Dependency injection in ASP.NET Core


ASP.NET Core supports the dependency injection (DI) software design pattern, which is a technique for achieving Inversion of Control (IoC) between classes and their dependencies.

For more information specific to dependency injection within MVC controllers, see Dependency injection into controllers in ASP.NET Core.

View or download sample code (how to download)

A dependency is any object that another object requires

The MyDependency class is a dependency of the IndexModel class:

public class IndexModel : PageModel
    MyDependency _dependency = new MyDependency();

    public async Task OnGetAsync()
        await _dependency.WriteMessage(
            "IndexModel.OnGetAsync created this message.");

The class creates and directly depends on the MyDependency instance :错误实现方式


Code dependencies (such as the previous example) are problematic and should be avoided for the following reasons:

  • To replace MyDependency with a different implementation, the class must be modified.
  • If MyDependency has dependencies, they must be configured by the class. In a large project with multiple classes depending on MyDependency, the configuration code becomes scattered across the app.
  • This implementation is difficult to unit test. The app should use a mock or stub MyDependency class, which isn‘t possible with this approach.


Dependency injection addresses these problems through:

  • The use of an interface to abstract the dependency implementation.
  • Registration of the dependency in a service container. ASP.NET Core provides a built-in service container, IServiceProvider. Services are registered in the app‘s Startup.ConfigureServices method.
  • Injection of the service into the constructor of the class where it‘s used. The framework takes on the responsibility of creating an instance of the dependency and disposing of it when it‘s no longer needed.

It‘s not unusual to use dependency injection in a chained fashion.

Each requested dependency in turn requests its own dependencies.

The container resolves the dependencies in the graph and returns the fully resolved service. The collective set of dependencies that must be resolved is typically referred to as a dependency tree, dependency graph, or object graph.

ILogger<TCategoryName> is registered by the logging abstractions infrastructure, so it‘s a framework-provided service registered by default by the framework.

The registration scopes the service lifetime to the lifetime of a single request.

public void ConfigureServices(IServiceCollection services)
    services.Configure<CookiePolicyOptions>(options =>
        options.CheckConsentNeeded = context => true;
        options.MinimumSameSitePolicy = SameSiteMode.None;


    services.AddScoped<IMyDependency, MyDependency>();
    services.AddTransient<IOperationTransient, Operation>();
    services.AddScoped<IOperationScoped, Operation>();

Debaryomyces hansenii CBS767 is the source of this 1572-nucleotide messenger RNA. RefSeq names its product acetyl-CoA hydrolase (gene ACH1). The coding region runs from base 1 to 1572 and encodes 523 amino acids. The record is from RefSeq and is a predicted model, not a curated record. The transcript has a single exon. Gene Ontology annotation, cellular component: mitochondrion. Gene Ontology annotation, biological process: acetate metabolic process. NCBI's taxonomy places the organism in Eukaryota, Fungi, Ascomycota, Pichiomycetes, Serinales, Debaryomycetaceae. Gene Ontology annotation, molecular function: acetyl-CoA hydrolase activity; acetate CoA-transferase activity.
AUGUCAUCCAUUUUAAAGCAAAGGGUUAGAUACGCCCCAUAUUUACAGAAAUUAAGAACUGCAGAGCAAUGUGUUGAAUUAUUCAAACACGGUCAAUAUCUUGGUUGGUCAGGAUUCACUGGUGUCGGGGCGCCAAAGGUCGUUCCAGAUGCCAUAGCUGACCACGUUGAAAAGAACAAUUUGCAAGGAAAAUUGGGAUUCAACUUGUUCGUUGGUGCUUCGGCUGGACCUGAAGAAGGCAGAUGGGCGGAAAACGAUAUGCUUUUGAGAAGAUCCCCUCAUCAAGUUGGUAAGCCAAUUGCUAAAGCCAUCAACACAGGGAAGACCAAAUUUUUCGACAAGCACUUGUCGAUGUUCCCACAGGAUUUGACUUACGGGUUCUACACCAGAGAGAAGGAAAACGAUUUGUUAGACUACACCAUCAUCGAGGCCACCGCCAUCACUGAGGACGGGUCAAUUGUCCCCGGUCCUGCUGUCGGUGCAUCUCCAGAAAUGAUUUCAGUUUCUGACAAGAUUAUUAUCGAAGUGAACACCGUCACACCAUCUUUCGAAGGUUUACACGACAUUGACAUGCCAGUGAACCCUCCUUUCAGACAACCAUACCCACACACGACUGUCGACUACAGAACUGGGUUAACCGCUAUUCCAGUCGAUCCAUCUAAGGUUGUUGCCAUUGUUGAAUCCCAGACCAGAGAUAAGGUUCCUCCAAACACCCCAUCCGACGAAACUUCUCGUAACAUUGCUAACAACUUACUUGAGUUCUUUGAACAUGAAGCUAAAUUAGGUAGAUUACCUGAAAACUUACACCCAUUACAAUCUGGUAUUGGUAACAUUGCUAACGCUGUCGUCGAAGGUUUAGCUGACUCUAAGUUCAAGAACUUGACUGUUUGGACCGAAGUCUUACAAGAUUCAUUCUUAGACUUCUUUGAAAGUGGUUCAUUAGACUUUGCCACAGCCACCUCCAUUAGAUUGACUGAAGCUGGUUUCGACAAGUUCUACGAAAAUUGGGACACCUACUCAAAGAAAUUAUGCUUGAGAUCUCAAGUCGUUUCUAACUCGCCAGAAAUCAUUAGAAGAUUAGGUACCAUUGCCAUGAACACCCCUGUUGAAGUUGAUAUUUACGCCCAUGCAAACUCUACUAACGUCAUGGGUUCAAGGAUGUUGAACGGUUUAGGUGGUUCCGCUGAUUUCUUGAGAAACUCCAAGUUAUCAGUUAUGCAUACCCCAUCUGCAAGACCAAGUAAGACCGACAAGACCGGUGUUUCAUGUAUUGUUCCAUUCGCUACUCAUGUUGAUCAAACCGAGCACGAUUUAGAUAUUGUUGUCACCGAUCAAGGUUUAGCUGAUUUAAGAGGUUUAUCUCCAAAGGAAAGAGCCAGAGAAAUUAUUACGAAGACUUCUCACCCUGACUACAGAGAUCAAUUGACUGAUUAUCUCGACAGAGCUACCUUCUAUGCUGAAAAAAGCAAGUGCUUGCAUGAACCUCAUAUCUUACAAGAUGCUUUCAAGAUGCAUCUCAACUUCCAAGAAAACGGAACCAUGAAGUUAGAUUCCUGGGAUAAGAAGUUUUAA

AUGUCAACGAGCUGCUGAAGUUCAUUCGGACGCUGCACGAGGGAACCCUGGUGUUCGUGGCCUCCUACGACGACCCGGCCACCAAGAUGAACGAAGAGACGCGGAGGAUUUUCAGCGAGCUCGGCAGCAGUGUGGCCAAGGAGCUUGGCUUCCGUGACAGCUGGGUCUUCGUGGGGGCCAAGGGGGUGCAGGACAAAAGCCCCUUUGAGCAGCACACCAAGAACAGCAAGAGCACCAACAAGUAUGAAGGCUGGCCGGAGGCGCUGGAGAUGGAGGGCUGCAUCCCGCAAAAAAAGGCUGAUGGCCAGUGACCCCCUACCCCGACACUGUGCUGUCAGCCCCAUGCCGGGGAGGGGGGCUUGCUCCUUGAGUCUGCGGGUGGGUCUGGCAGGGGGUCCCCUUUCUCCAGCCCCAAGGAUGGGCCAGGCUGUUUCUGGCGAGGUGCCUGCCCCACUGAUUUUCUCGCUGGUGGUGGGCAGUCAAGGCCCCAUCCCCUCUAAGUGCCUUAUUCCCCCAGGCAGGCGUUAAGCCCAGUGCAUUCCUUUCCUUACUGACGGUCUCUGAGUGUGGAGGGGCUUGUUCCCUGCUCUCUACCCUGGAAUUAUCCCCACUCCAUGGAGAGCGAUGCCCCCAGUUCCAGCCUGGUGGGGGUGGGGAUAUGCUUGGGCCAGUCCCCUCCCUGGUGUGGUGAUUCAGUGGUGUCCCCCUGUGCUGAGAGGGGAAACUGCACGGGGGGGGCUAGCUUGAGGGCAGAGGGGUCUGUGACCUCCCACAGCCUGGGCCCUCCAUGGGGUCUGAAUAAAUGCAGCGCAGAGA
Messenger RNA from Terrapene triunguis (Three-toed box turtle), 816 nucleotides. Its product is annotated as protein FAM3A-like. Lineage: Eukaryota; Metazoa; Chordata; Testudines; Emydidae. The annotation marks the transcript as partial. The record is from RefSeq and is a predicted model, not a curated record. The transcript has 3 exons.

services.AddSingleton<IOperationSingleton, Operation>();
    services.AddSingleton<IOperationSingletonInstance>(new Operation(Guid.Empty));

    // OperationService depends on each of the other Operation types.
    services.AddTransient<OperationService, OperationService>();


Each services.Add{SERVICE_NAME} extension method adds (and potentially configures) services.

For example, services.AddMvc() adds the services Razor Pages and MVC require.

We recommended that apps follow this convention.

Place extension methods in the Microsoft.Extensions.DependencyInjection namespace to encapsulate groups of service registrations.

If the service‘s constructor requires a primitive, such as a string, the primitive can be injected by using configuration or the options pattern

An instance of the service is requested via the constructor of a class where the service is used and assigned to a private field. The field is used to access the service as necessary throughout the class.

Framework-provided services

The Startup.ConfigureServices method is responsible for defining the services the app uses, including platform features, such as Entity Framework Core and ASP.NET Core MVC.

Initially, the IServiceCollection provided to ConfigureServices has the following services defined (depending on how the host was configured):

Service Type Lifetime
Microsoft.AspNetCore.Hosting.Builder.IApplicationBuilderFactory Transient
Microsoft.AspNetCore.Hosting.IApplicationLifetime Singleton
Microsoft.AspNetCore.Hosting.IHostingEnvironment Singleton
Microsoft.AspNetCore.Hosting.IStartup Singleton
Microsoft.AspNetCore.Hosting.IStartupFilter Transient
Microsoft.AspNetCore.Hosting.Server.IServer Singleton
Microsoft.AspNetCore.Http.IHttpContextFactory Transient
Microsoft.Extensions.Logging.ILogger<T> Singleton
Microsoft.Extensions.Logging.ILoggerFactory Singleton
Microsoft.Extensions.ObjectPool.ObjectPoolProvider Singleton
Microsoft.Extensions.Options.IConfigureOptions<T> Transient
Microsoft.Extensions.Options.IOptions<T> Singleton
System.Diagnostics.DiagnosticSource Singleton
System.Diagnostics.DiagnosticListener Singleton

When a service collection extension method is available to register a service (and its dependent services, if required), the convention is to use a single Add{SERVICE_NAME} extension method to register all of the services required by that service.

The following code is an example of how to add additional services to the container using the extension methods AddDbContext, AddIdentity, and AddMvc:

public void ConfigureServices(IServiceCollection services)
    services.AddDbContext<ApplicationDbContext>(options =>

    services.AddIdentity<ApplicationUser, IdentityRole>()


For more information, see the ServiceCollection Class in the API documentation.

Service lifetimes

Choose an appropriate lifetime for each registered service.

ASP.NET Core services can be configured with the following lifetimes:

  • Transient

    Transient lifetime services are created each time they‘re requested. This lifetime works best for lightweight, stateless services.

  • Scoped

    Scoped lifetime services are created once per request.